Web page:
Ohio University Geologist gets spacey at Science Café
By Briagenn Adams, CG News
Ohio University students and local school children alike gathered to listen to Keith A. Milam, from the Department of Geological Sciences at Ohio University, speak about “Virtual Geology: Unraveling Planetary Secrets from Afar” at this week’s Science Café in Frontroom Coffee House in Baker Center.
“A geologist is a person who studies the earth,” Milam explained. “We use our five senses to describe the natural world around us. We’ll even occasionally chew on a rock.”
Milam went on to describe the process of taking a rock, slicing it open, cutting it thinner than a strand of hair, and then shining a light on it to find out about the minerals inside. But, as he pointed out, this process only goes so far as to help discover the properties of Earth’s crust, but it fails to give information on the mantle, core, or inner core.
And that’s where space comes into play. “Our solar system has a 4.6 billion year history,” said Milam. “A lot of what we know about our own planet comes from foreign matter that has made its way to Earth. It’s a waiting game. Meteorites come down, we collect them, and we study them.”
Using this technique, planetary geologists have found out more about the mantle, core-mantle boundary, and core of Earth than they could have ever learned by simply studying our own planet.
The downside, Milam explained, is that getting meteorites from another world is like dragging a body away from a crime scene; we lose the context from which they come. The only solution is to venture out and collect samples right from the source. And Milam said using robotic technology is the only way to do so.
At present, the Earth and Moon have been the boundary for direct human exploration. However, with robotic spacecrafts we have gone well beyond our limits of human travel.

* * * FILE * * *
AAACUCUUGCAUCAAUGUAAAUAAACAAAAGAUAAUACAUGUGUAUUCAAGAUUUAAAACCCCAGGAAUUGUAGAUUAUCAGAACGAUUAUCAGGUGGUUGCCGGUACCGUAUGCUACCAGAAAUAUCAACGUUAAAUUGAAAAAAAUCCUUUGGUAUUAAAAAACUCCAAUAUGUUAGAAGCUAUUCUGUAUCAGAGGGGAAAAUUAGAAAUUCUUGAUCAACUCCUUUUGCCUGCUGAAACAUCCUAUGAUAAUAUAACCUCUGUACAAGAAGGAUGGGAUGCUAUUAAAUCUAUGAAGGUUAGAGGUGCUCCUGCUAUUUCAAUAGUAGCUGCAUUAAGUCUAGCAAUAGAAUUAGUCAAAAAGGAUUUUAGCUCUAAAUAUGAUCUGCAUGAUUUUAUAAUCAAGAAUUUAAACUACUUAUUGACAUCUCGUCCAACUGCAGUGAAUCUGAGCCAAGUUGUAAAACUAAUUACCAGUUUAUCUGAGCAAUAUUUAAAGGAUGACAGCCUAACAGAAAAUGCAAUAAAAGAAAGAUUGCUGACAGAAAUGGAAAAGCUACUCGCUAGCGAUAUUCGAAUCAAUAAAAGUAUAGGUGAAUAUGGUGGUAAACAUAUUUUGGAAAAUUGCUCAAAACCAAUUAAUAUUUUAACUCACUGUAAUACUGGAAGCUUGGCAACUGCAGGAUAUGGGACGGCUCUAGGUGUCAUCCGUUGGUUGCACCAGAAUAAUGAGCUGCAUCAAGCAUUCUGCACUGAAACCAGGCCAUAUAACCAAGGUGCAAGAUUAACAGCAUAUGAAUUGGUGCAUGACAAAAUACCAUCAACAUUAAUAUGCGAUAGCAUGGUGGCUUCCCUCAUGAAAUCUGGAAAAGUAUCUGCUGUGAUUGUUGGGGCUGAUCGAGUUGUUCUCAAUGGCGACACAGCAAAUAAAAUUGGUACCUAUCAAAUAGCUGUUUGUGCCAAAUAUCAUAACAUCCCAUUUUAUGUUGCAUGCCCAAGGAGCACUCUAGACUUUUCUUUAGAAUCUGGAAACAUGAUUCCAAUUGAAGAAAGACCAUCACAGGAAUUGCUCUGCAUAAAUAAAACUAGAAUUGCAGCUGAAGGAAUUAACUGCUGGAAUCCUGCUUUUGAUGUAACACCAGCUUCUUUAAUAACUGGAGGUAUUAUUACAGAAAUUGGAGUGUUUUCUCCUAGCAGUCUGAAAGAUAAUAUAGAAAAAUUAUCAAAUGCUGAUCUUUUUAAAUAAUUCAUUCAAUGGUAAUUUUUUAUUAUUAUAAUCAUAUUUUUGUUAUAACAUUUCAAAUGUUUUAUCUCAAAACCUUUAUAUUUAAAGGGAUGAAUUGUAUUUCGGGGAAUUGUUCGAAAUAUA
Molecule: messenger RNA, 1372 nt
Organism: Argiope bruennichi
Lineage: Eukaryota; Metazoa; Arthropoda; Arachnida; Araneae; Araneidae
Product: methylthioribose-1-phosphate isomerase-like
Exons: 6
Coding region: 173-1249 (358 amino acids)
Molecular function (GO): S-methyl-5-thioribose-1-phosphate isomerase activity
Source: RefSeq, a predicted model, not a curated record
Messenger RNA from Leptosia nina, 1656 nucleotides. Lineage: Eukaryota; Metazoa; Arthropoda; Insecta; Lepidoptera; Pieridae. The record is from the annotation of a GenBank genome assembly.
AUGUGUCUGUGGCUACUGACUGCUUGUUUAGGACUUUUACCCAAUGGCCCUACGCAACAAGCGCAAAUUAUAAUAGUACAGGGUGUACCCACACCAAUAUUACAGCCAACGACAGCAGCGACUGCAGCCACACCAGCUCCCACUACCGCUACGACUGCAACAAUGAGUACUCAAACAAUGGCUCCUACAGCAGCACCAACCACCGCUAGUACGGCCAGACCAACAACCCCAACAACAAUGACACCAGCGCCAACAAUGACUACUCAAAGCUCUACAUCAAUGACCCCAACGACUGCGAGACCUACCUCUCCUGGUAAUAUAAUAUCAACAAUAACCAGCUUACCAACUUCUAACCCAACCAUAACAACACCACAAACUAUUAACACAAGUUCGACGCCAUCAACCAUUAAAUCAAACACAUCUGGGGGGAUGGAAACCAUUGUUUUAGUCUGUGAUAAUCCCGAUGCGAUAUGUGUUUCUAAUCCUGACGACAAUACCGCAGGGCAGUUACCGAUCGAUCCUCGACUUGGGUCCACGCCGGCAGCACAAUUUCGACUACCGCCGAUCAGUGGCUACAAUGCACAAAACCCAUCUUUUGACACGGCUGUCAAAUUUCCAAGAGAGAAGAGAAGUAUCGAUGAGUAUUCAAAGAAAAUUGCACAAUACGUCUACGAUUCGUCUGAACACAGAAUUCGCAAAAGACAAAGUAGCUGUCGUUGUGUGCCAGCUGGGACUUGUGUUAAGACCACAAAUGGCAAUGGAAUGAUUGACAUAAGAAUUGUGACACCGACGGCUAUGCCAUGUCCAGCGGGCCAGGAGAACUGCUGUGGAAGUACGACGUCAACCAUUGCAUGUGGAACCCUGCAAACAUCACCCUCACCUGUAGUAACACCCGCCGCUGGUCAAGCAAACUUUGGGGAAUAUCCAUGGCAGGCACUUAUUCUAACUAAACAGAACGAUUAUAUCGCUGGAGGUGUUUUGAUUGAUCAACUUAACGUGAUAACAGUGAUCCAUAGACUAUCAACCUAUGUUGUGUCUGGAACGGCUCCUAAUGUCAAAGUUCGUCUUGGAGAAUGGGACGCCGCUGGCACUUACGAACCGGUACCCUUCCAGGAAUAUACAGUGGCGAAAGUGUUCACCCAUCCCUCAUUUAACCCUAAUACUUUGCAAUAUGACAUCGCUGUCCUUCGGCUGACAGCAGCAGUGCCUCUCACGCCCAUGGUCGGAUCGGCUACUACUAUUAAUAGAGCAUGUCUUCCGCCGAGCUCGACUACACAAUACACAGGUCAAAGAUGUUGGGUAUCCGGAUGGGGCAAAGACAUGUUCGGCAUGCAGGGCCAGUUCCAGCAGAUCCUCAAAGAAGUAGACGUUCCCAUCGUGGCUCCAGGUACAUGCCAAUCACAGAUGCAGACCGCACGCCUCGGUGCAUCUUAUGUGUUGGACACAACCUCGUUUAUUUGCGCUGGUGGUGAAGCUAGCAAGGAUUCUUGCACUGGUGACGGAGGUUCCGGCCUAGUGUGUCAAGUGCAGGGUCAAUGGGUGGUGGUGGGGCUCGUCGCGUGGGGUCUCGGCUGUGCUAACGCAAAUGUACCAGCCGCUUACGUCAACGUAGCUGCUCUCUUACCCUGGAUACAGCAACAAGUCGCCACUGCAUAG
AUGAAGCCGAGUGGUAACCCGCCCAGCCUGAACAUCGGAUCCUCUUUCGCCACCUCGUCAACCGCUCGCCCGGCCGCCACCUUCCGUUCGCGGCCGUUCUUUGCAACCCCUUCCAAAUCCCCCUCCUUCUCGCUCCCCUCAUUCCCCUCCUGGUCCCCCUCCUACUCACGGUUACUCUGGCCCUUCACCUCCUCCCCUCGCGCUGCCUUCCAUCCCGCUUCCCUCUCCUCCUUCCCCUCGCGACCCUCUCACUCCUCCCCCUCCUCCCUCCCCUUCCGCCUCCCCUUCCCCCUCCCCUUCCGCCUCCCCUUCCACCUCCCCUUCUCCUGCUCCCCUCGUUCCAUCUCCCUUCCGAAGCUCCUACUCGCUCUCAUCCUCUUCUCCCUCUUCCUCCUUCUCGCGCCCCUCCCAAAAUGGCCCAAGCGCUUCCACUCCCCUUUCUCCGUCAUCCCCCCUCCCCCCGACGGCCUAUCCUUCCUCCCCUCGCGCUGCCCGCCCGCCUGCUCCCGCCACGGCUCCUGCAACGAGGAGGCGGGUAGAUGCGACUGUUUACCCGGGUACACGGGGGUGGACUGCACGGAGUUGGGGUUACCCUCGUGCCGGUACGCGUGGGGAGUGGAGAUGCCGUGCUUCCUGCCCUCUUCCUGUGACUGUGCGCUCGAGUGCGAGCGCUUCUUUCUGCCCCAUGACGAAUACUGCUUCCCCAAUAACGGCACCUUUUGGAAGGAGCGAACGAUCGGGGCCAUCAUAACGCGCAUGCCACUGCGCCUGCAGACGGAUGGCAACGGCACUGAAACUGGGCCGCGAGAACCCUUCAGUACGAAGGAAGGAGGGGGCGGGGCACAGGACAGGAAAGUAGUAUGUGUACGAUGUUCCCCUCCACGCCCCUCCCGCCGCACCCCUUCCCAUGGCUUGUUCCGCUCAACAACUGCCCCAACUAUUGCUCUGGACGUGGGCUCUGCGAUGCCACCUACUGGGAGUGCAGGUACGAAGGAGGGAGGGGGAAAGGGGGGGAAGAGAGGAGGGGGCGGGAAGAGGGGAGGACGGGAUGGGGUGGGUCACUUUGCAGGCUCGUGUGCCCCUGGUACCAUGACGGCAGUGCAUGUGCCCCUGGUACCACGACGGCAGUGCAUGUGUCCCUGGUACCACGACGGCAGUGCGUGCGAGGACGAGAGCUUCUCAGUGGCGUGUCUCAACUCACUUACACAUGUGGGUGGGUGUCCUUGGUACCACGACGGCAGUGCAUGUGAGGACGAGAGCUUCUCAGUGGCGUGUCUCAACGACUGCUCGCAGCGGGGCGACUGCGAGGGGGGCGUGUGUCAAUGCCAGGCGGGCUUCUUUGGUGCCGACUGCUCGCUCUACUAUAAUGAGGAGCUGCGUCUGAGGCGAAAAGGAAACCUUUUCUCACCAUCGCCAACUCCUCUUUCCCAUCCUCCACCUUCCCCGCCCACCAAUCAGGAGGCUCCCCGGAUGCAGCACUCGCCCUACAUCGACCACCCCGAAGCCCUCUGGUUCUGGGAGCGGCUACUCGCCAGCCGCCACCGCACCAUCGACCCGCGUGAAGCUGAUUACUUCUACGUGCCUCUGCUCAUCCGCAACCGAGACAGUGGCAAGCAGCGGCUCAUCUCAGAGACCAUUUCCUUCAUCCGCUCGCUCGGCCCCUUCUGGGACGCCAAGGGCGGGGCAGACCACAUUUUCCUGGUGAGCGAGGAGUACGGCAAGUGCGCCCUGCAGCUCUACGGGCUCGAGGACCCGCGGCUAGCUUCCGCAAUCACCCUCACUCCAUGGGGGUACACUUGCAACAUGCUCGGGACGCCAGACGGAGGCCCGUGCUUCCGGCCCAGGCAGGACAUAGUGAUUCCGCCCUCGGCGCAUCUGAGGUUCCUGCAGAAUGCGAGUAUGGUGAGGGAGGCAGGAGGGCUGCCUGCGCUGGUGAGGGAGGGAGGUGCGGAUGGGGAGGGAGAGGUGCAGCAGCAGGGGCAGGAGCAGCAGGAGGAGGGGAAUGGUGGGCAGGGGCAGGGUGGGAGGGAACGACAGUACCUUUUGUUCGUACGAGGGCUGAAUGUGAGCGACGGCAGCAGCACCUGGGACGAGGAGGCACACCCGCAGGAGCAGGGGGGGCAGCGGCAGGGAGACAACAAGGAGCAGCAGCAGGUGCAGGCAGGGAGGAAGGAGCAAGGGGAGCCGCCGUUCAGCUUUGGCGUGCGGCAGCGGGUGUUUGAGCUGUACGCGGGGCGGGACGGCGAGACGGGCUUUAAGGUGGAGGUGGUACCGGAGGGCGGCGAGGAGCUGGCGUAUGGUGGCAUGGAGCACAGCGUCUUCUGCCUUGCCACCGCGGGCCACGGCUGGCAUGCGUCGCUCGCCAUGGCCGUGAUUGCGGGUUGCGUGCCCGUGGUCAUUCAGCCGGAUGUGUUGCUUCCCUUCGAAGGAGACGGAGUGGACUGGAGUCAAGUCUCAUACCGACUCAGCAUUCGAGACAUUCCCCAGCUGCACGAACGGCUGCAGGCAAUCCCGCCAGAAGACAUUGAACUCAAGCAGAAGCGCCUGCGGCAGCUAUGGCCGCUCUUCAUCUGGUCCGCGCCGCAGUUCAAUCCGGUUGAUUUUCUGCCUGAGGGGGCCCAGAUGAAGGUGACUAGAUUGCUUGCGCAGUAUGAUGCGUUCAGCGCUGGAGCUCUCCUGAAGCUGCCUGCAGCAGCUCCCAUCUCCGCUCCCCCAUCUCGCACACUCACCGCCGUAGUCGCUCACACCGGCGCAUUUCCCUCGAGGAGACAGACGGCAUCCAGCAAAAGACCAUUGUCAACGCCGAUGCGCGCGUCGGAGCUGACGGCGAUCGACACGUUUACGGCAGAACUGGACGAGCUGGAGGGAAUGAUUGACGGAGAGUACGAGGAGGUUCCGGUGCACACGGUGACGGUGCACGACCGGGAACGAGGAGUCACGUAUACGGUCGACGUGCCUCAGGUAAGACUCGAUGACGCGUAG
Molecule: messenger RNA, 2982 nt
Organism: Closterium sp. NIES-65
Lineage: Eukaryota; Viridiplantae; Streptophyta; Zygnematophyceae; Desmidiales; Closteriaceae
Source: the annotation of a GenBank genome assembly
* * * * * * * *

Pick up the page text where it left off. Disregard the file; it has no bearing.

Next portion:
The actual method of exploring outer space has been simplified to seven steps: telescoping, flying by, hard landing, orbiting, soft landing, roving, and returning to Earth with a sample. Roving – or being able to control a robot around a planet to collect data – is the most important part of this process, but unfortunately does not happen very often.
“There’s about a 50 percent chance of even hitting your mark,” Milam said. “And with every mission costing around $4-5 billion, the odds aren’t that great.” However, if President Barack Obama gets his way, Milam said, then in the next 50-100 years we might eventually be able to reach an asteroid.
After Milam was finished with his presentation, The Science Café was opened to questions from the audience. One woman was curious as to how long the delay in communication was from the robot in space to the scientists back on Earth. Milam said that the delay usually takes about 20 minutes. “That’s like the most annoying lab assistant ever!” he joked.
Another spectator asked if, with all of this great technology, human being exploration is even necessary. Milam seemed to be intrigued by this question, and answered with his own question, “Well, what do you think? Do you really think a robot observation can compare with that of a person?”
Milam closed the floor by reminding the audience that with more than 3,012 planets outside our solar system yet to be discovered, planetary geologists are needed. Not only to help humans become better informed about the Universe and beyond, but to also help humans become more informed about Earth.